Berger pops up in the fourth of the nine works included in Azadi, titled ‘The Language of Literature’ (originally presented by Roy as a lecture, given in New York in May 2019). While it covers a range of topics, at its heart is a discussion about the limits of art (or in this case art in the form of literature). Or, more accurately, the limits to our perception and definition of art.
Roy is discussing reactions to the fact that she spent the two decades between her first and second novels (the Booker Prize-winning The God of Small Things, published in 1997 and The Ministry of Utmost Happiness, 2017, respectively) writing non-fiction and championing a variety of social issues. On the one hand people didn’t know quite where to place her, given her apparent abandonment of a field in which she had had such dazzling initial success and being suspicious about whether or not she might have leveraged that success to jumpstart another career entirely. (Such people, at least those who wanted to redeem her two writing practices into some sort of potentially seamless whole, Roy recounts, eventually settled on the term ‘writer-activist’ to describe her, a term that suggests only seams and limits to the scope of both writing and activism.) On the other hand, her writing was subject to various learned opinions about the one form being superior to the other: fiction permanent, non-fiction ephemeral; non-fiction real, fiction fake; fiction non-political, non-fiction political. For what it’s worth, I came to her fiction through her non-fiction. But for Roy that’s not worth much. ‘Fact and fiction are not converse’, she states as a rebuttal to the superiorists. ‘One is not necessarily truer than the other, more factual than the other, or more real than the other.’ The important thing is to have a story worth telling.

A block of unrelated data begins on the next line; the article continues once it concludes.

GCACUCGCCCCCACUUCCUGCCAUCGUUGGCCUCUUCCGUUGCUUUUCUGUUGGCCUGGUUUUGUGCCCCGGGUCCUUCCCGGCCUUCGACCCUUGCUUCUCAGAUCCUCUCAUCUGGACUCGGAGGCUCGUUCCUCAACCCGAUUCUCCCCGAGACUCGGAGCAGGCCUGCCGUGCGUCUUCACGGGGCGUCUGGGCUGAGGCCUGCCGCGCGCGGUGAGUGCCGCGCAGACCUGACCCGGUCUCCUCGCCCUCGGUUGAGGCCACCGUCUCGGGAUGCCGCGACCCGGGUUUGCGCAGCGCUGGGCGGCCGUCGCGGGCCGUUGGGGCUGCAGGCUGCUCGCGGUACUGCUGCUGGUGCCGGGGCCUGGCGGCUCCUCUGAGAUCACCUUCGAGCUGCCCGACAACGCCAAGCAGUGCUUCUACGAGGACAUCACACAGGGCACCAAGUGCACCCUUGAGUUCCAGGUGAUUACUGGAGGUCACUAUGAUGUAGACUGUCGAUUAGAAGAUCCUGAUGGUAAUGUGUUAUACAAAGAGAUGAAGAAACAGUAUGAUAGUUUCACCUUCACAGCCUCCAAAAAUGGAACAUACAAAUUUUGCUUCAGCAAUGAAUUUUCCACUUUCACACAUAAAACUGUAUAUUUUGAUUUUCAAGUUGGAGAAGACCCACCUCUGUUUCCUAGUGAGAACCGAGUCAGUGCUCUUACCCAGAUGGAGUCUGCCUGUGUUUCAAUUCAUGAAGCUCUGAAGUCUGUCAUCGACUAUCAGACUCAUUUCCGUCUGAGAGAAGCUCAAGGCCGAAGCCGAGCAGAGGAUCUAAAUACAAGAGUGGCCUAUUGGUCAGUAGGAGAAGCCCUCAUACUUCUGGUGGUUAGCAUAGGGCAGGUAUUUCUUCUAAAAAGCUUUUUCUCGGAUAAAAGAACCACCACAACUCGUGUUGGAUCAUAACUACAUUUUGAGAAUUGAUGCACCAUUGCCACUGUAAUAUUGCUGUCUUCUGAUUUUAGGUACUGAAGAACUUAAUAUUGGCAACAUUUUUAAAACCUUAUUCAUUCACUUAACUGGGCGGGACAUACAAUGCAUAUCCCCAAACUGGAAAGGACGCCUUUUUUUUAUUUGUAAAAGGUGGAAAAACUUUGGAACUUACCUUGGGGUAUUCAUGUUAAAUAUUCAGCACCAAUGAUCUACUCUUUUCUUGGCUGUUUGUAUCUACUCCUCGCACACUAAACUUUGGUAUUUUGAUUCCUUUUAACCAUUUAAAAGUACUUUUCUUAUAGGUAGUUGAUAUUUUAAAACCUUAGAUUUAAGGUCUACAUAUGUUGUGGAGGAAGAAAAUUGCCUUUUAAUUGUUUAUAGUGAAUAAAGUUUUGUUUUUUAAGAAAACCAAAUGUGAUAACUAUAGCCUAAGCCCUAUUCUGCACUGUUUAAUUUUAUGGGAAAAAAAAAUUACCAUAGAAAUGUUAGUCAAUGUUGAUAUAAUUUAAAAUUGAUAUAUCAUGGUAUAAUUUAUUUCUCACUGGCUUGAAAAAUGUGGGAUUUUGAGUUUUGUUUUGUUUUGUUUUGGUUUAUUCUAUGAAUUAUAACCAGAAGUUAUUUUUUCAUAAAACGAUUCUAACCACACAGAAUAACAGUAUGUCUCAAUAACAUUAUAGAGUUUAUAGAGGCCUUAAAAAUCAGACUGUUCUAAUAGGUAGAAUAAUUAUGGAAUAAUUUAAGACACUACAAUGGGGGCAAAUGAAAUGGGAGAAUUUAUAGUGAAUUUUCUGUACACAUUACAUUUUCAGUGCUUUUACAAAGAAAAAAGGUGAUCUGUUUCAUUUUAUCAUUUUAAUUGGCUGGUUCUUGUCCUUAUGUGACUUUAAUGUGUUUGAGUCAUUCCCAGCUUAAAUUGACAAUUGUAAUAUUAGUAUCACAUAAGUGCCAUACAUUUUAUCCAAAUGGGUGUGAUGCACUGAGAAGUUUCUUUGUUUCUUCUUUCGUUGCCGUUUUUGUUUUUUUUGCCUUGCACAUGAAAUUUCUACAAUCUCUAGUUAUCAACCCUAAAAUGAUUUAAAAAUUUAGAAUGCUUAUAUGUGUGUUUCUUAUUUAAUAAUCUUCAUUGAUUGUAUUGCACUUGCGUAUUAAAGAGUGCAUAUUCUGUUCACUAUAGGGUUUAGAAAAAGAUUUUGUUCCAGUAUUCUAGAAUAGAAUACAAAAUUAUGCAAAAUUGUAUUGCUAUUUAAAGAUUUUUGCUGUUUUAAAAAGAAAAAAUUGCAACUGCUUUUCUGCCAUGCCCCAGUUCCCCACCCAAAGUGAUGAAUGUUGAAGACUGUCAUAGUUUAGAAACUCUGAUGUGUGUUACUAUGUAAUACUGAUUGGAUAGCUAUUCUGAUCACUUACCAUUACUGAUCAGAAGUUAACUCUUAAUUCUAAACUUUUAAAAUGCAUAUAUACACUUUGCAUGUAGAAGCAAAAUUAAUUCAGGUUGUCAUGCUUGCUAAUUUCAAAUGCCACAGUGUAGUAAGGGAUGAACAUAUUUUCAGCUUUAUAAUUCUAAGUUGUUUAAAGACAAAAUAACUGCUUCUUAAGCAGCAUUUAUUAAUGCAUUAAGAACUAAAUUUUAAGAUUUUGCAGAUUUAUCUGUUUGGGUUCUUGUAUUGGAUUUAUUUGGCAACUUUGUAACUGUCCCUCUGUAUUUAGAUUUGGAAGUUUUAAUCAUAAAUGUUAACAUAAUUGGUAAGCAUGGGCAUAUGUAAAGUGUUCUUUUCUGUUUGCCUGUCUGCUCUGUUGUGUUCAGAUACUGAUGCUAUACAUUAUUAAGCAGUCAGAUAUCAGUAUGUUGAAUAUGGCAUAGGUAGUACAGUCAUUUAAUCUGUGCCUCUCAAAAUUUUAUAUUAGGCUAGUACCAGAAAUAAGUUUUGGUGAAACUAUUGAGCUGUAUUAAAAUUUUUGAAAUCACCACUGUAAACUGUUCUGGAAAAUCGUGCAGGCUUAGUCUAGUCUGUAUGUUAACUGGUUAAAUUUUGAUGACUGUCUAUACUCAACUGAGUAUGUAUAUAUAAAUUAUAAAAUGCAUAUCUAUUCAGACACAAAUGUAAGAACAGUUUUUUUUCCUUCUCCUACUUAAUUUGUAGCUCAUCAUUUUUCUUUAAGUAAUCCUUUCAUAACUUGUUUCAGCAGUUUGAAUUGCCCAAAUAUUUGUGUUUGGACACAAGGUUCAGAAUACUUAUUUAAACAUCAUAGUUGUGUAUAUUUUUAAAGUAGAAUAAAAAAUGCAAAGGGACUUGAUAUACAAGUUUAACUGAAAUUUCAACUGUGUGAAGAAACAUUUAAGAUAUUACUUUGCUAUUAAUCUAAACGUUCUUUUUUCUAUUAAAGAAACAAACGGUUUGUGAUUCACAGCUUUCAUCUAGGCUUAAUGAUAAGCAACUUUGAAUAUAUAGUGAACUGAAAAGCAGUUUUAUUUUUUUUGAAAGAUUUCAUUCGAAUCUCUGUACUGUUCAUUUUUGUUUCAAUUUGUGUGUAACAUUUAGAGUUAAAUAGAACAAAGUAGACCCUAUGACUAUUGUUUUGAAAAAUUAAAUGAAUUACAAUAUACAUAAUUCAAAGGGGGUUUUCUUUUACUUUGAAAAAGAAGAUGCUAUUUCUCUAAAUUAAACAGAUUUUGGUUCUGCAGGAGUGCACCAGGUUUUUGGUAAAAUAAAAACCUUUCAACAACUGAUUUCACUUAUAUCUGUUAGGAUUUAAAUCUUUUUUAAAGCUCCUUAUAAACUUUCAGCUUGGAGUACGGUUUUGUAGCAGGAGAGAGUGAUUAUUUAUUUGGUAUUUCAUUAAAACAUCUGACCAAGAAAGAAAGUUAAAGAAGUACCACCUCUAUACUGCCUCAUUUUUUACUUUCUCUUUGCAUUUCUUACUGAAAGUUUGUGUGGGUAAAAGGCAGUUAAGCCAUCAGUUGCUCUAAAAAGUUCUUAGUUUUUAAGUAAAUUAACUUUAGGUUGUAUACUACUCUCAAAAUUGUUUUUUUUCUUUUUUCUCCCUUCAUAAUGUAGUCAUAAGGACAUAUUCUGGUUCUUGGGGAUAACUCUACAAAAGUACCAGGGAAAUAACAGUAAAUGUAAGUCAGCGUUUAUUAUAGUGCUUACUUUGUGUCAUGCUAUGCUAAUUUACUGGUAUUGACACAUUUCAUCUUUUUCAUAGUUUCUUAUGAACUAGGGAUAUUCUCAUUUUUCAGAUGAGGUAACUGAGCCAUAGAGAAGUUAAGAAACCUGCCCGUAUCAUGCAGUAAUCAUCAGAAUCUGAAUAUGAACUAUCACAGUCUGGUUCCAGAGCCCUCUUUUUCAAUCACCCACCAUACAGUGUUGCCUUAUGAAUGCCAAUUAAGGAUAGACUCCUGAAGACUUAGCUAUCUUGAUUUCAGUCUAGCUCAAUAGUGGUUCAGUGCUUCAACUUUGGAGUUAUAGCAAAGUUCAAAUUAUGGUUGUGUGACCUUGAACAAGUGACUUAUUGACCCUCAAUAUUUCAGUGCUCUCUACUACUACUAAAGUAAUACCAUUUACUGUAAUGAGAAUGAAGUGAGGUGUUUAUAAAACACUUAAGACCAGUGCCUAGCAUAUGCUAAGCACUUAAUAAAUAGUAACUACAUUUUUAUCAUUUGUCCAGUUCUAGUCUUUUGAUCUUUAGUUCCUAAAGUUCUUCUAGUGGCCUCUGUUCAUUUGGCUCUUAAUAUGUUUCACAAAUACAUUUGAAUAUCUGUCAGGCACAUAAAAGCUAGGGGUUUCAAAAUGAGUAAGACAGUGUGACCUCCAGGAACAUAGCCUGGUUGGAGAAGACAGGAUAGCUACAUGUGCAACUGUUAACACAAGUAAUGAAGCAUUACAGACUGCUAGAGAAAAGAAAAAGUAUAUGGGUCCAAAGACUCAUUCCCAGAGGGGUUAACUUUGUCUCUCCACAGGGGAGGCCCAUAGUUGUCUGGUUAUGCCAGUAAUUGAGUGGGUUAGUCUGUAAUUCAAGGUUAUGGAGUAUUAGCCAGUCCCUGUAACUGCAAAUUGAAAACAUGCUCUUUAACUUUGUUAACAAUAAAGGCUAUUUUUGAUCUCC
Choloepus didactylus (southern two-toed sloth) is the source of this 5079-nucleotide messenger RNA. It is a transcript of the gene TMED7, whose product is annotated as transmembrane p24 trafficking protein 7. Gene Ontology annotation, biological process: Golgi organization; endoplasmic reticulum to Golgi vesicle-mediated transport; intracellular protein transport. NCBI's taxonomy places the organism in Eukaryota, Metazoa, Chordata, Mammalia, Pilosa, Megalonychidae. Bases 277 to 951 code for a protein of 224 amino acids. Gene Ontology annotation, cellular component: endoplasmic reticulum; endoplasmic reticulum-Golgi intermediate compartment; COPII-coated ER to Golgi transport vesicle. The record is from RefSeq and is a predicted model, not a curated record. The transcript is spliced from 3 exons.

At this point Roy recalls ‘the first message I received from John Berger’ (yes, ‘the first’ – it’s reassuring to note that one of our greatest living writers is not above a little boosterism of the legacy variety too): a handwritten note stating that ‘Your fiction and non-fiction – they walk you round the world like your two legs.’ We live in an age, needless to say, in which politicians are the prime peddlers of fiction, and facts are the preserve of ordinary people struggling to live on the ground or people the more repressive types of government will prosecute and imprison (Roy herself has in the past been charged with sedition). The struggle, Roy suggests, is in figuring out ‘how to be a writer during these times’.
For Roy, great literature is literature that’s needed (and the point here is that the same is true of art), built, as Roy puts it, through a compact between ‘writers and readers’. An echo, perhaps, of Berger’s statement about a storyteller being someone who listens. Who smuggles out the stories of others who can’t be heard or whom no one wants to hear. Who creates great art to relate the story of ordinary life. That too is the lesson of Azadi: fiction has its uses – for smuggling messages that can’t be said directly (for Roy, ‘Particularly about Kashmir, where only fiction can be true because the truth cannot be told’); but, when we can say things straight up, we should have the courage to do that too.
‘If the function of the public critic is to relate works of art to ordinary life,’ Berger wrote in an article originally published in what would become ArtReview, ‘it follows that either the works themselves are remote from that life as it is normally understood, or that the public are so confused by art that they cannot see the connections which do exist.’ The article envisioned a future in which the public would have no need for specialist art critics at all, because the public wouldn’t need them to be intermediaries between audiences and works of art. Which, as a critic, once you get over the natural fears about redundancy, would represent a kind of freedom too. To embrace being a nimble jack of all trades without posing as or worrying about being the master of one.
Arundhati Roy, Azadi, 2020, is published by Penguin